Electricity prices go down and up on January 1st
EDP Universal Service will lower tariffs by 0.2% in 2018, a price cut that will benefit "about 1.2 million domestic customers" from the regulated electricity market.
In a statement today, EDP Universal Service indicates that “this update will take effect on January 1, 2018”, in compliance with the Regulatory Entity of the Energy Sector, which defines the tariffs applied each year.
EDP ??Universal Service already has begun informing customers of this tariff reduction and recalled that, as of January 1st, “customers who are in the liberalised market can, if they wish, opt for regulated or equivalent tariffs.”
EDP ??Comercial, meanwhile, has indicated that it will increase the price of its electricity by 2.5% in 2018, due to what it claims is a 24% increase in the wholesale energy price in the last year.
Speaking to Lusa, the president of the company, Miguel Stilwell de Andrade, said that the free market energy supplier, EDP Group, “sought to privilege households with higher consumption” with a simple tariff, which will have a reduction in the consumption component and an increase in power, which allows, on the whole, “a tariff equal to or slightly below” that regulated.
“The important thing is to look at the two things in order to compare,” said the EDP group administrator, noting that the variable component – which will come down – represents about 75% of the invoice.
In the case of the bi-hourly tariff, EDP Comercial’s prices will be between 1% and 3% higher than those charged to consumers who still have a regulated tariff, “Effectively in the case of the bi-hour tariff it will not be possible to have competitive prices.”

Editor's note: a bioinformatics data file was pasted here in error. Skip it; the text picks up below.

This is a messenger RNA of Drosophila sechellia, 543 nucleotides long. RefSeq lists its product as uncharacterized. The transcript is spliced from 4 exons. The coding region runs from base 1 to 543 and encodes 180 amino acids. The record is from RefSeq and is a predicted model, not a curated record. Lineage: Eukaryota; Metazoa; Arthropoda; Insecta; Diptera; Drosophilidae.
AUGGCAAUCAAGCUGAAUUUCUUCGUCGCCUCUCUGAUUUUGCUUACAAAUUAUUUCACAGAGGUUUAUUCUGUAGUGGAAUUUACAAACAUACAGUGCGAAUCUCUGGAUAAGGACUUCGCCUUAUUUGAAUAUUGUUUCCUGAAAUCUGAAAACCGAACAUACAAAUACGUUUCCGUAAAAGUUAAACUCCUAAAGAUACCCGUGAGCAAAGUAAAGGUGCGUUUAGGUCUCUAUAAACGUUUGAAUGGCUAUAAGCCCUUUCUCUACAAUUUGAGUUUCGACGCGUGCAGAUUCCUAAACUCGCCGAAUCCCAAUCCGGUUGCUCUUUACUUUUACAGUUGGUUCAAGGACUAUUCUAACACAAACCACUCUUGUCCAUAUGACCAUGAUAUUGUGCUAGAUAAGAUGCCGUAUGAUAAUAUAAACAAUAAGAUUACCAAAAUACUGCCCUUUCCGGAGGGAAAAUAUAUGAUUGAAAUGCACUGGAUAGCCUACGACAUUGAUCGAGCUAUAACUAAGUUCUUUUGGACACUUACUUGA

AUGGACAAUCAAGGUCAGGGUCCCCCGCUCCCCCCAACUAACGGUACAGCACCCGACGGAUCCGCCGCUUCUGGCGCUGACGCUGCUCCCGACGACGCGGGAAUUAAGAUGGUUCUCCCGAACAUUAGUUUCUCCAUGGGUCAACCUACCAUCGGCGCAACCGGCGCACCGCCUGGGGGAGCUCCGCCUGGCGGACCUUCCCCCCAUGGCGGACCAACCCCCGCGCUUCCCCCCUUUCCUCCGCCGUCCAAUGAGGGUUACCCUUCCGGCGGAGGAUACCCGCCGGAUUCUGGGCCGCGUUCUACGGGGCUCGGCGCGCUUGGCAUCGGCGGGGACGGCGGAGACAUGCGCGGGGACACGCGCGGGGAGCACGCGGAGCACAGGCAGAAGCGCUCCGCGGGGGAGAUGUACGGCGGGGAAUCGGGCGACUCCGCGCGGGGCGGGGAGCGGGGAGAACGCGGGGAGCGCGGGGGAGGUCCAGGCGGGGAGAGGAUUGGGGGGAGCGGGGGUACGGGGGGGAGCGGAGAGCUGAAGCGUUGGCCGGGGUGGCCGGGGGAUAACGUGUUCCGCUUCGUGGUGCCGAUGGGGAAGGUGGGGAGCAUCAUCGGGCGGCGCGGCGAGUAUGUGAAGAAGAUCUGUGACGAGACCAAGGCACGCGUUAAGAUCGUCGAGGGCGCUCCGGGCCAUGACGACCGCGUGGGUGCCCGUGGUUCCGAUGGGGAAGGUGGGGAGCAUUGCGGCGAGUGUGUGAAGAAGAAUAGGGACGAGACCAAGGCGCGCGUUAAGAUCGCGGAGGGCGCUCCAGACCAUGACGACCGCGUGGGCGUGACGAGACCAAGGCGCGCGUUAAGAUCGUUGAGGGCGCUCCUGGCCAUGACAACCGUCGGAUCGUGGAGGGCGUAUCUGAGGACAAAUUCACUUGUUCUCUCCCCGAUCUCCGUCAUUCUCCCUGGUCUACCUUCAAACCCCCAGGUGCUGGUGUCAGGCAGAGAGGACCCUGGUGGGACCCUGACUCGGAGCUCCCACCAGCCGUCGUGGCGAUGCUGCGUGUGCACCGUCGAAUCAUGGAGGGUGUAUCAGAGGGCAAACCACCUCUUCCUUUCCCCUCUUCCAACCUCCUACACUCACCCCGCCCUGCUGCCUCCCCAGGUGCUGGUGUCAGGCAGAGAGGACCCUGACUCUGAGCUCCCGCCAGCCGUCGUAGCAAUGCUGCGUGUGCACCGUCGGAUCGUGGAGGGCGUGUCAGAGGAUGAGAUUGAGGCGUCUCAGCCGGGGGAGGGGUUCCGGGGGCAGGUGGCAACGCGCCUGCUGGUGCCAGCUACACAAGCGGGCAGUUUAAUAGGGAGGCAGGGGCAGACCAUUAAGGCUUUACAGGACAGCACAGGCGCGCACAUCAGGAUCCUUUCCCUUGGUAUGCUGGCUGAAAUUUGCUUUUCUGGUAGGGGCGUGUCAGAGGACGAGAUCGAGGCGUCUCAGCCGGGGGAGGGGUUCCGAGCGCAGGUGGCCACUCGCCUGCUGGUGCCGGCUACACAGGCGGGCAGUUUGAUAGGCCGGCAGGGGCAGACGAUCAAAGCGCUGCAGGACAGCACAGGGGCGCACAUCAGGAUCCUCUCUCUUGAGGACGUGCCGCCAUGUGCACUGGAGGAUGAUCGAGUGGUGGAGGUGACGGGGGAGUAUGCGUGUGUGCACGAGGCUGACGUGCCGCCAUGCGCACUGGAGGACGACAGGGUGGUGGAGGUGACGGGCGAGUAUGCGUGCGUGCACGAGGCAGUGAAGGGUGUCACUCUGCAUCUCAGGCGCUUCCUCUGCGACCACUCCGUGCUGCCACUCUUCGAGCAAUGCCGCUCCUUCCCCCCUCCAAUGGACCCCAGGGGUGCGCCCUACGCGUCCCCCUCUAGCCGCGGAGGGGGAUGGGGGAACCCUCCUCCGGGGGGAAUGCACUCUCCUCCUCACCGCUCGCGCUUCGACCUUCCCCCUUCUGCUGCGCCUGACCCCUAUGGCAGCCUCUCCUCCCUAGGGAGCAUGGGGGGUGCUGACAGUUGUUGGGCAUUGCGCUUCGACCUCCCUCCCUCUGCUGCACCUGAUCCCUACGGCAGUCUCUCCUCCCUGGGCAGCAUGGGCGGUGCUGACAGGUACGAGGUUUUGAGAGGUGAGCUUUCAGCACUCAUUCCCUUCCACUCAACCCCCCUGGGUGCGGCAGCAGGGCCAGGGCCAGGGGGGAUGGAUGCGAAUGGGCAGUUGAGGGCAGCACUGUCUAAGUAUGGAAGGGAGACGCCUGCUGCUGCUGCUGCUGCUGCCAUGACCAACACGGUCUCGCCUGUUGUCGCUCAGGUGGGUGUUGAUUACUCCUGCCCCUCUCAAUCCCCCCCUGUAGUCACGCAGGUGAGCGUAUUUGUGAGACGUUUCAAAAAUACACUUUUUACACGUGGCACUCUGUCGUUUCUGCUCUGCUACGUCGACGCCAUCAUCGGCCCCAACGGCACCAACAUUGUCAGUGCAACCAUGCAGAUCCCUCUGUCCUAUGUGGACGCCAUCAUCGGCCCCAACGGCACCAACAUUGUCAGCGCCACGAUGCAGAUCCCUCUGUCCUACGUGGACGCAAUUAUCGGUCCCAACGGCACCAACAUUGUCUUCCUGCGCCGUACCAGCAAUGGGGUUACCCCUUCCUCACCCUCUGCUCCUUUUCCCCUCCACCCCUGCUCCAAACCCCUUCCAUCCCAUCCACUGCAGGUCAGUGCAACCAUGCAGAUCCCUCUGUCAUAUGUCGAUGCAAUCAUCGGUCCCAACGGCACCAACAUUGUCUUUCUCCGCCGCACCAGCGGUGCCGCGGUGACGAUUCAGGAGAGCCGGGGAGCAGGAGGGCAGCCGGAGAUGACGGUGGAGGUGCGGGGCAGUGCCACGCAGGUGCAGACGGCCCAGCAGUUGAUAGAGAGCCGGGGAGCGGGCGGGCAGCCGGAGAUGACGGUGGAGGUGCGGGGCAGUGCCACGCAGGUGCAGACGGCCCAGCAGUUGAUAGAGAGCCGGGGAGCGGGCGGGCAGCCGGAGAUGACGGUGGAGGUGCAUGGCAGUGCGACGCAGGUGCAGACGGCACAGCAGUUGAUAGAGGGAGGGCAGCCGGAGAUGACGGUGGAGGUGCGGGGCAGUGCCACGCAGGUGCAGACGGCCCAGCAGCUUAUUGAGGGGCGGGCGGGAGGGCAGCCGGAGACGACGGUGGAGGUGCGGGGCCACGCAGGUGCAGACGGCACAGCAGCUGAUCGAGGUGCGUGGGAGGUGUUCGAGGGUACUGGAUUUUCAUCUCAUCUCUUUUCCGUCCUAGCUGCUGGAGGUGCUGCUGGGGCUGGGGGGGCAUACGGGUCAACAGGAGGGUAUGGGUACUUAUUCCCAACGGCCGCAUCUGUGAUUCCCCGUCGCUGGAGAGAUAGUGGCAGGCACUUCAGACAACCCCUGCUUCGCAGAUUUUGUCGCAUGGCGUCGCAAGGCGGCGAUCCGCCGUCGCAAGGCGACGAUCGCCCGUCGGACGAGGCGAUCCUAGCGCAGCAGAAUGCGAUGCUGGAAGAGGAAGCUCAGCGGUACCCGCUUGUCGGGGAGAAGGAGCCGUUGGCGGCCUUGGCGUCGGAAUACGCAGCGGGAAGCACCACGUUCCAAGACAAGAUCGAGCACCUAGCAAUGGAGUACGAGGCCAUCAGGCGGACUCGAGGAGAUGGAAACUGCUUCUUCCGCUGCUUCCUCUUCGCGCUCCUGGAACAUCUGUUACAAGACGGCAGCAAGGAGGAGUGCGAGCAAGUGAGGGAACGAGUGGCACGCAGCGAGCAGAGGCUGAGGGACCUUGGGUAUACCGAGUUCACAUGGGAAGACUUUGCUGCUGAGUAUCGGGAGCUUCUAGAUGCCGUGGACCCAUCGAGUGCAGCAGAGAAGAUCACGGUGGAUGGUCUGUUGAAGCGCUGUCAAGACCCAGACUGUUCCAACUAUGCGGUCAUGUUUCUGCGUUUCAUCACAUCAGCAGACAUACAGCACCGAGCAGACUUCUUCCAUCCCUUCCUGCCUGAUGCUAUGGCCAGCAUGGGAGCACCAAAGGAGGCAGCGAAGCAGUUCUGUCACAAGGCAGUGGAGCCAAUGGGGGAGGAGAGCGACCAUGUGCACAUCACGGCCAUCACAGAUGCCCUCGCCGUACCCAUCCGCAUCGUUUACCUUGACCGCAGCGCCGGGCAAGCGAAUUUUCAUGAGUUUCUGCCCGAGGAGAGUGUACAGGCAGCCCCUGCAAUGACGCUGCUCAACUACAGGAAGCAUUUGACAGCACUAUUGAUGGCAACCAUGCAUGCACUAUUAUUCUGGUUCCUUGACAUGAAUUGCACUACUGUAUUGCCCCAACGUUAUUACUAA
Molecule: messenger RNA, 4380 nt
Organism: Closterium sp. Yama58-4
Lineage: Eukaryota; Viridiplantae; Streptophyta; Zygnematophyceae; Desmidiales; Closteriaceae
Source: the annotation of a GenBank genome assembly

According to Miguel Stilwell, the main reason for this average increase of 2.5% in tariffs in 2018 is the “increase in energy prices in the wholesale market by 24% in the last year,” largely due to the drought and the price increase of coal.
“We have to reflect this increase in our prices. The regulated market did not reflect this increase,” the manager claimed.
Even the regulator is losing patience with these games, stating in a release to newsrooms today that the energy suppliers need to be clearer about what they are charging to whom and to stop bamboozling customers with the intricacies of tarrifs, rates, components and all the other corporate speak chosen to baffle and frustrate even the most well educated and normally competent.
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